Omise Node.js Library
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README.md

omise-node

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Omise Node.js bindings.

Installation

From NPM

$ npm install omise

The library has been tested with Node version 0.10.32+.

Code Status

Build Status Code Climate

Usage

Flow

  1. User enters the credit card information on your website or application using a form.
  2. The card information is sent via HTTPS directly from the client to Omise Servers using Omise.js, Card.js or Omise-iOS SDK.
  3. If the card passes the authorization, then your frontend will send the token to omise-node backend to finally capture the charge with Omise-node.

The code

After you have implemented Omise.js on your frontend. Then you can charge the card by passing the token ( if card.security_code_check is true ) to omise-node backend.

In order to implement omise-node as your backend code. First, you have to configure the library by passing the secret key from https://dashboard.omise.co/ to omise export, for example:

var omise = require('omise')({
  'secretKey': 'skey_test_...',
  'omiseVersion': '2015-09-10'
});
omise.charges.create({
  'description': 'Charge for order ID: 888',
  'amount': '100000', // 1,000 Baht
  'currency': 'thb',
  'capture': false,
  'card': tokenId
}, function(err, resp) {
  if (resp.paid) {
    //Success
  } else {
    //Handle failure
    throw resp.failure_code;
  }
});

Please see Omise Documentation for more information on how to use the library.

Important Note:

Full Credit Card data should never touch or go through your servers. That means, Do not send the credit card data to Omise from your servers directly.

The token creation method in the library should only be used either with fake data in test mode (e.g.: quickly creating some fake data, testing our API from a terminal, etc.), or if you do and you are PCI-DSS compliant, sending card data from server requires a valid PCI-DSS certification. that said, you must achieve, maintain PCI compliance at all times and do following a Security Best Practices

So, we recommended you to create a token using Omise.JS library which runs on browser. It uses Javascript to send the credit card data on client side, send it to Omise, and then you can populate the form with a unique one-time used token which can be used later on with omise-node or Card.js, by using it you can let it builds a credit card payment form window and creates a card token that you can use to create a charge with omise-node. For both methods, the client will directly send the card information to Omise gateway, your servers don't have to deal with card information at all and you don't need to deal with credit card data hassle, it reduces risk.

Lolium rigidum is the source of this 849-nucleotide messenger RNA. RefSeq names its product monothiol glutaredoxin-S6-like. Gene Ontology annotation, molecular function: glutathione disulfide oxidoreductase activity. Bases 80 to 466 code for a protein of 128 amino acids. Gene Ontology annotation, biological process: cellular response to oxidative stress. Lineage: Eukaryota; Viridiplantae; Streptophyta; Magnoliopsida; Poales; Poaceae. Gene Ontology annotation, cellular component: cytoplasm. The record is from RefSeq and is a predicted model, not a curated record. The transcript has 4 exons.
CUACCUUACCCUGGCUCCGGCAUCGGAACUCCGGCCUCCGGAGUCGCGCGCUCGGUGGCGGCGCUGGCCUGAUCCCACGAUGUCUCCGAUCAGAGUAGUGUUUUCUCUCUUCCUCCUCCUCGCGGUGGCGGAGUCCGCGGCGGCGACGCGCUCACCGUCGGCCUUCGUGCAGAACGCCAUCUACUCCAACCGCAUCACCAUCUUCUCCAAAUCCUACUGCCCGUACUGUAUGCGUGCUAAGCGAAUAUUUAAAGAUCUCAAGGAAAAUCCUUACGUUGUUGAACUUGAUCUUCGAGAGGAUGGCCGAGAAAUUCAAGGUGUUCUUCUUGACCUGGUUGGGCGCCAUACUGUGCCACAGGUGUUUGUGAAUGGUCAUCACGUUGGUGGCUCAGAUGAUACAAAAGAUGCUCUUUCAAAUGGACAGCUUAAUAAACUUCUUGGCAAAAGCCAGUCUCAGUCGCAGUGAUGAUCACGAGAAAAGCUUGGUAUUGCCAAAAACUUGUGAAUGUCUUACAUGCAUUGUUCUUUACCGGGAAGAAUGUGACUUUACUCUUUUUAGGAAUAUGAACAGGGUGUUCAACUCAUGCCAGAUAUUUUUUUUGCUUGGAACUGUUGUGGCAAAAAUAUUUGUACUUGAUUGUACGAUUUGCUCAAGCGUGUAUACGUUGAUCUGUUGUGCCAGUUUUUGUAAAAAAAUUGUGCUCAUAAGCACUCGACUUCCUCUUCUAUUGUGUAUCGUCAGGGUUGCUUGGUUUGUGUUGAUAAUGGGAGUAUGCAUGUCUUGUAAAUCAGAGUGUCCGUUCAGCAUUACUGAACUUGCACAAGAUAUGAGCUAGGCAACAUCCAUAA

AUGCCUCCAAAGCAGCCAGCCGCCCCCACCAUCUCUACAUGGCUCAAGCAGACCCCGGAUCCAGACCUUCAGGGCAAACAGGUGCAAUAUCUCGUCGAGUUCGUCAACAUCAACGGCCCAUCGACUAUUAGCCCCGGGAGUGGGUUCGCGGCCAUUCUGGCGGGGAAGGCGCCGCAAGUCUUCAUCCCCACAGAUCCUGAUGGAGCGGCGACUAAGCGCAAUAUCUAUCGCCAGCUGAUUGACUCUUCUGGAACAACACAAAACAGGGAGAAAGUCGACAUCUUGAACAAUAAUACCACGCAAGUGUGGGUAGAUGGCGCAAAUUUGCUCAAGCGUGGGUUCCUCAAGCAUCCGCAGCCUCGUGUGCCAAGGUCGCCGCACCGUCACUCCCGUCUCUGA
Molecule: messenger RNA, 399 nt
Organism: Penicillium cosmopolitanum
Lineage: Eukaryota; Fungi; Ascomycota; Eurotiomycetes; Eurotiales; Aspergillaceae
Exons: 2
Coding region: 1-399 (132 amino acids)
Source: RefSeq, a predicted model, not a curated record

Please read https://docs.omise.co/collecting-card-information/ regarding how to collecting card information.

Examples

Create a customer with card associated to it

Creating a customer can be done by using omise.customers.create which accepts an optional card argument. When you pass in a tokenId retrieve from Omise.js, the card associated to that token will be associated to the customer.

omise.customers.create({
  'email': 'john.doe@example.com',
  'description': 'John Doe (id: 30)',
  'card': 'tokn_test_4xs9408a642a1htto8z' //tokenId
}, function(err, customer) {
  var customerId = customer.id;
  console.log(customerId);
});

List all customers

After customers are created, you can list them with customer.customers.list and passing a callback to it. The object returned from a list API will be a list object, which you can access the raw data via data attribute:

omise.customers.list(function(err, list) {
  console.log(list.data);
});

Retrieve a customer

You can retrieve the created customer by using omise.customers.retrieve and passing a customer ID to it, e.g.

omise.customers.retrieve(customerId, function(err, resp) {
  console.log(resp.description);
});

Updating a Customer

The same with customer updating, which could be done using omise.customers.update with a customer ID and an object containing changes: